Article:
Episode 58: Dead Man’s Holiday

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With the death of Bill Malloy now an official fact, on this day in the town of Collinsport measures are being taken to observe his passing. The family-owned business for which Malloy devoted the greater share of his livelihood, first on the fishing boats and then as plant manager, has shuttered its operations for the remainder of the day. It was Roger Collins who made the suggestion to Elizabeth, but of course Roger would do anything to get out of work, if only for an afternoon.

 

It’s a dead man’s holiday, but the day really belongs to the sheriff of Collinsport. Dana Elcar appears on every set in use during today’s episode, and each appearance made by Sheriff Patterson will have a decisive effect on the actions of whomever he interacts with.

 

The opening narration by Victoria Winters tells of how “the long shadows of fear do reach out, touching others, darkening their hearts with growing tension.” Sam Evans for one, and Roger Collins for another, each have reason to be tense and fearful, especially with the sheriff making his rounds with hard questions that demand frank answers.

 

Still, there are others whose hopes and dreams cannot be shattered by the grim fact of Malloy’s demise. Joe Haskell has stopped in at the Blue Whale and is flagged down by Sam who gets Joe to join him at his table for a beer. Then when the sheriff happens in and joins them, he convinces Joe to take advantage of this nice afternoon off and go with Carolyn out for a drive in the country. Joe’s dream is of course to marry Carolyn, and a few hours just getting away from it all might find them talking of plans for the future.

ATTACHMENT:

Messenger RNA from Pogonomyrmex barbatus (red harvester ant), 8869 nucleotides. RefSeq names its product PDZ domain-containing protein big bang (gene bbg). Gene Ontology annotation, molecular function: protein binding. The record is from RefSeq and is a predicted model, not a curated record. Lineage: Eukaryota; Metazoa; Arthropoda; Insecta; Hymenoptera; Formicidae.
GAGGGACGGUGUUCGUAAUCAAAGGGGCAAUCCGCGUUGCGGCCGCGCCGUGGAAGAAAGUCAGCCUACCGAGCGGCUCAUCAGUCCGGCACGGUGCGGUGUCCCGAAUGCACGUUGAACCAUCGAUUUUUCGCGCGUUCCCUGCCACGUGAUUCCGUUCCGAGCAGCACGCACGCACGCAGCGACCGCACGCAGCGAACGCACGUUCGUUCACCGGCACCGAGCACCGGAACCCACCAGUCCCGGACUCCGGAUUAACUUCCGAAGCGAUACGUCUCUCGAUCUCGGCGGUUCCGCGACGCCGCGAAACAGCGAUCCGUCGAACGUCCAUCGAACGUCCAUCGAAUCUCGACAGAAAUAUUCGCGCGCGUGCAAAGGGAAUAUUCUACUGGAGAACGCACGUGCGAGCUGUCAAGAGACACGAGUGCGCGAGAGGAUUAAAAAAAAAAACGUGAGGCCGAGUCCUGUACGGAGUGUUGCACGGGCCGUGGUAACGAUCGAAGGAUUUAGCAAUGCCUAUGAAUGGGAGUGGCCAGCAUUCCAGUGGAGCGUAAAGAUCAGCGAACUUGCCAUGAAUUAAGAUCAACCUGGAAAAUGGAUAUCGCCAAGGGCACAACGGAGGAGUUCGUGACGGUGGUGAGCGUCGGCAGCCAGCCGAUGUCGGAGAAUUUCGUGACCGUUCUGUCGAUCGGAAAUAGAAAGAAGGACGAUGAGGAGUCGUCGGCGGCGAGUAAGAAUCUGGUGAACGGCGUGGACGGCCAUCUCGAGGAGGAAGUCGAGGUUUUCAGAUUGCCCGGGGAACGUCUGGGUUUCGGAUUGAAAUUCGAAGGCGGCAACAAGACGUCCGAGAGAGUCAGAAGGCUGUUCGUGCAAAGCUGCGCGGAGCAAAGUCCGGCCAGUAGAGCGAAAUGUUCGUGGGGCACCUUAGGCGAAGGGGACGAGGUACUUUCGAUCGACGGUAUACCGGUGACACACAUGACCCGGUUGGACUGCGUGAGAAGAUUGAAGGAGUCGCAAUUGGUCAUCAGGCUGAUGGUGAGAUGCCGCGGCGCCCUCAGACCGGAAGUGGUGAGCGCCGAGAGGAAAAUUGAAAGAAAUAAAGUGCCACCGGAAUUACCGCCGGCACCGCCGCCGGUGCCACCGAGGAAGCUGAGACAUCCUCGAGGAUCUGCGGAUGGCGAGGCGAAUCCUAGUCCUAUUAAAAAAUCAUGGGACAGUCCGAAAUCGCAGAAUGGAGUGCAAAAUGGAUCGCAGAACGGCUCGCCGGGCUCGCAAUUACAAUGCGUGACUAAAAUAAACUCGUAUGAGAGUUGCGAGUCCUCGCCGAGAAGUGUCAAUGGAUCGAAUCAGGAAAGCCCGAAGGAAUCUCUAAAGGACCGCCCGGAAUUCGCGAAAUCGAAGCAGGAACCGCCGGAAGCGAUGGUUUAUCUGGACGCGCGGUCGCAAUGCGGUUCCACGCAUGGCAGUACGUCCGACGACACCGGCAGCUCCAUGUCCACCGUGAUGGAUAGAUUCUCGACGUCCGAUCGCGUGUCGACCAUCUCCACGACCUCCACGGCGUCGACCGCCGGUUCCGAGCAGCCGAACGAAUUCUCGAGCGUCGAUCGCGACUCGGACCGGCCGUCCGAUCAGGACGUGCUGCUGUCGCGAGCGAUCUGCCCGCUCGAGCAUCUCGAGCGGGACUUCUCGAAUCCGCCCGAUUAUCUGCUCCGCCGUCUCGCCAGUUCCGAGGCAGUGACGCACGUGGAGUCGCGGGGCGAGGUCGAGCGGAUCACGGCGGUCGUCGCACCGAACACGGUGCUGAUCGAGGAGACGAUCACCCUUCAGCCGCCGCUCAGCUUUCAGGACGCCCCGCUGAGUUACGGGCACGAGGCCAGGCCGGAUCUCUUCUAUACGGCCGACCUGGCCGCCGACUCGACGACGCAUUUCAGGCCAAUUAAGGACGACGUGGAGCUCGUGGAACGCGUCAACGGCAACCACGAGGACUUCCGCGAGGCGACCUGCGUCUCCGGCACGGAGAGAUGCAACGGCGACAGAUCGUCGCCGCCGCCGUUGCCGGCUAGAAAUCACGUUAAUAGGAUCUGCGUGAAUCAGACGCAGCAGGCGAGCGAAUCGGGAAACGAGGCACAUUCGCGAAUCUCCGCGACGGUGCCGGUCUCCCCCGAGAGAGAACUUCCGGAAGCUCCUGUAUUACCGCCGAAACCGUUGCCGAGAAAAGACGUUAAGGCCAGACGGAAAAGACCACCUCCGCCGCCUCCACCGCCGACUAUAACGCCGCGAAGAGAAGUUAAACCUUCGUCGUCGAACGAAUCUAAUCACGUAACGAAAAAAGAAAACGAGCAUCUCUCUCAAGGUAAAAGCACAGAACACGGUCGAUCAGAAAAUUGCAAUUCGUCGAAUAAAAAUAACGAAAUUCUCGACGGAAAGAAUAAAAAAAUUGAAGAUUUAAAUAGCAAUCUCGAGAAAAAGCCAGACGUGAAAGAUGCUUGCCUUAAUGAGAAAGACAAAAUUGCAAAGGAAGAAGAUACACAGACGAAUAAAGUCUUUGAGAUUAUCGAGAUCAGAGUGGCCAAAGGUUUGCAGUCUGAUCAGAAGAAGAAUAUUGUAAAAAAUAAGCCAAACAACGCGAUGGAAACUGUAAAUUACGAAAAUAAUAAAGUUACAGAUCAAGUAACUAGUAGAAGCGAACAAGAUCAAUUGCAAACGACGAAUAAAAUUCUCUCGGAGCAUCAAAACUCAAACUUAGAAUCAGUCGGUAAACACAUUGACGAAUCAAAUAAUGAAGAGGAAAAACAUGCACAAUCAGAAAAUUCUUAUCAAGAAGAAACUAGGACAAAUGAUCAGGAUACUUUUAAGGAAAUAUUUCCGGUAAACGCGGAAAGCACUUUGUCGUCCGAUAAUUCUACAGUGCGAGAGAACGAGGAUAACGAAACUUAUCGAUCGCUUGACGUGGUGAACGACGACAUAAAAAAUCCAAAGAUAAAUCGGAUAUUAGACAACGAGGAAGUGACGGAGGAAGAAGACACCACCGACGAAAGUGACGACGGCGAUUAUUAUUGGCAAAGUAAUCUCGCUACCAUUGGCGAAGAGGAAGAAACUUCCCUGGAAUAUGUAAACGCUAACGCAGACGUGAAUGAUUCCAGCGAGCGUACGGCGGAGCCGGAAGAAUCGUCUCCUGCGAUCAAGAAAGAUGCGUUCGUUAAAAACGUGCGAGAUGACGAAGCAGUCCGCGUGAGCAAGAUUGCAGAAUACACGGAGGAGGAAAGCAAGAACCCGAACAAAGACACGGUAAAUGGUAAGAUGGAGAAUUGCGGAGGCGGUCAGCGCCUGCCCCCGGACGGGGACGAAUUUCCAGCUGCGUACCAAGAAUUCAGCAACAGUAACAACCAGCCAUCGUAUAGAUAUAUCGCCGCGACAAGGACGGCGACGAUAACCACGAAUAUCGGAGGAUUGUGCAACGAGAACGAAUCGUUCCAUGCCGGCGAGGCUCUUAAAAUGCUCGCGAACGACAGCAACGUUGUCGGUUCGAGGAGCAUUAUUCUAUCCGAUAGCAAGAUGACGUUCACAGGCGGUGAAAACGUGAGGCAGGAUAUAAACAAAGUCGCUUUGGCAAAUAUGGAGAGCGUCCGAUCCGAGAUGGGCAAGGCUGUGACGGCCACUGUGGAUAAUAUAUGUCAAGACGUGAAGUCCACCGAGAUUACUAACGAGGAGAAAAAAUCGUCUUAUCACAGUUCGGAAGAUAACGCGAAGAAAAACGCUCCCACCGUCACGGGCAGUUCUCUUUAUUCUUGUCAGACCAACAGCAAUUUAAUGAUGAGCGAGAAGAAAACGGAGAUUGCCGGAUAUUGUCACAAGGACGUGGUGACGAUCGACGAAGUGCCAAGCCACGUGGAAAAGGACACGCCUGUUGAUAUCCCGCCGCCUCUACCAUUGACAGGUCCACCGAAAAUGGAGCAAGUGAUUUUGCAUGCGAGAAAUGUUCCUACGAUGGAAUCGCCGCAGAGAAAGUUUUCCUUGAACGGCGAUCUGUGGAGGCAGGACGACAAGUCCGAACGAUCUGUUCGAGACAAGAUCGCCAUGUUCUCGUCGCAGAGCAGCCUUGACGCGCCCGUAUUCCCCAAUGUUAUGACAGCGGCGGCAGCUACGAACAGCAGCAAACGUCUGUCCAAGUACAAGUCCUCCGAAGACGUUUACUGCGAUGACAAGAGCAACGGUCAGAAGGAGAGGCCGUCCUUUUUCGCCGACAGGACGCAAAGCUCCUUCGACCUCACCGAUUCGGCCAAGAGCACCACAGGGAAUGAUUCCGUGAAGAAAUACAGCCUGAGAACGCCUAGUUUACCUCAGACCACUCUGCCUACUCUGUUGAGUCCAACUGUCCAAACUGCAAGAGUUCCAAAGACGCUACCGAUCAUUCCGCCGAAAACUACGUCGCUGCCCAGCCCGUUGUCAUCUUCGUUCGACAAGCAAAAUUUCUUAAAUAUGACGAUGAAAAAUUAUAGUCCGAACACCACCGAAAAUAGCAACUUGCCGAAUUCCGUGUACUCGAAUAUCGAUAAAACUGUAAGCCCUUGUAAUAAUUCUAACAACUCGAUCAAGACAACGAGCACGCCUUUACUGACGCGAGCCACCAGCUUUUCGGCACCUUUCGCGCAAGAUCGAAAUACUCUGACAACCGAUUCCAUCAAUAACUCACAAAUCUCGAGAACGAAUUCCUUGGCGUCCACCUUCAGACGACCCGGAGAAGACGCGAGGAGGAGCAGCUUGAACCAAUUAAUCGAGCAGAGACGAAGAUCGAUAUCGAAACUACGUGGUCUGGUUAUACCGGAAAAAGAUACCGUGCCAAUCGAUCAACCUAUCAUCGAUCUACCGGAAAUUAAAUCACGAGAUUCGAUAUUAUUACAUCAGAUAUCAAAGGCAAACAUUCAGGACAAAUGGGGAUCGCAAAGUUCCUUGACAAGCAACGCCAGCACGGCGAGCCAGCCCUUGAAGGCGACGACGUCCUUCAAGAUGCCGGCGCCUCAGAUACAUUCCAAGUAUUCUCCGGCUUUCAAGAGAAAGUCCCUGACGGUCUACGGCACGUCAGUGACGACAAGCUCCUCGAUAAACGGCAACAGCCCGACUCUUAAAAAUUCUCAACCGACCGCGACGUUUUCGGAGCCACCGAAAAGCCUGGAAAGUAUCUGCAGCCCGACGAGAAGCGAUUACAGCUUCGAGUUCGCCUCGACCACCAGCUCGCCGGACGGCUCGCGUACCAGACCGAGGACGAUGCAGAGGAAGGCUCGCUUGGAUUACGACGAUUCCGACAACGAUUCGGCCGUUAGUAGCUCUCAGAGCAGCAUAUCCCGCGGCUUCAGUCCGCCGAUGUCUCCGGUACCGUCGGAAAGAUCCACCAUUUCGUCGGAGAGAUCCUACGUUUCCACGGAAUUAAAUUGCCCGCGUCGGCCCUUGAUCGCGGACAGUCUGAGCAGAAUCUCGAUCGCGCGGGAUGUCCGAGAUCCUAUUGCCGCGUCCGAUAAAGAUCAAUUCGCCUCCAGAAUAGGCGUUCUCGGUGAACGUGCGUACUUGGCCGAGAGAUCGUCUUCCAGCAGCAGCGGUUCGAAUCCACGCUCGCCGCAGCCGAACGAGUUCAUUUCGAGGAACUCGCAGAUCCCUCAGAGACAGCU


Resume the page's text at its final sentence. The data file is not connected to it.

Then there’s young David Collins, who in a morbid twist finds renewed hope through Mr. Malloy’s death. With the aid of a book devoted to local tide charts and currents, David will do his best to see if he can determine where exactly Mr. Malloy fell in the water. David believes that Mr. Malloy was murdered by his father, because his crystal ball told him so, and because having his father sent to prison would mean becoming free of the pervasive threat of being sent away himself. As David admits in this episode, he likes it there at Collinwood, with all his ghost friends, one of whom may even be Mr. Malloy.

 

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Episode 27: A Lesson in Finance

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“You nervous about something?”

 

One of the noteworthy things about Dark Shadows – a soap created by a man who had never before done a soap, a series just starting out on the lesser of the three television networks – was the top-notch level of supporting actor talent the show was able to attract early on, despite having been a ratings liability from its initial thirteen-week episode cycle. There are those with previous television experience but who became known for their work on Dark Shadows, like Louis Edmonds and Nancy Barrett. There are those with no earlier television experience but who defined the roles they originated on Dark Shadows, like Alexandra Moltke and Kathryn Leigh Scott. Then there are those actors already known to television audiences but who became better known in later years for work done subsequent to Dark Shadows, like Conrad Bain. Barnard Hughes would fall into this latter category. That’s right! Barnard Hughes, one of the great and memorable character actors of twentieth century stage and screen and tube, is part of the long roster of acting talent to have graced the studio soundstage of Dark Shadows.

 

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Episode 4: Avoiding the Pain

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A door slams in the night, and newly arrived governess Victoria Winters, sitting up in bed reading a book, is understandably alarmed as she turns her head with wide-eyed concern to place the sound. She has journeyed hundreds of miles up the coast from the orphanage where she was raised, having accepted a job that she hoped might lead her to find out about herself, the true identity of her origins. But instead all she has found in the three hours or so since her arrival are the strange and unpredictable turns in temperament that come from those who hold within themselves hidden fears, deep despair, or desperation. Not to mention closed doors that seem to open by themselves.

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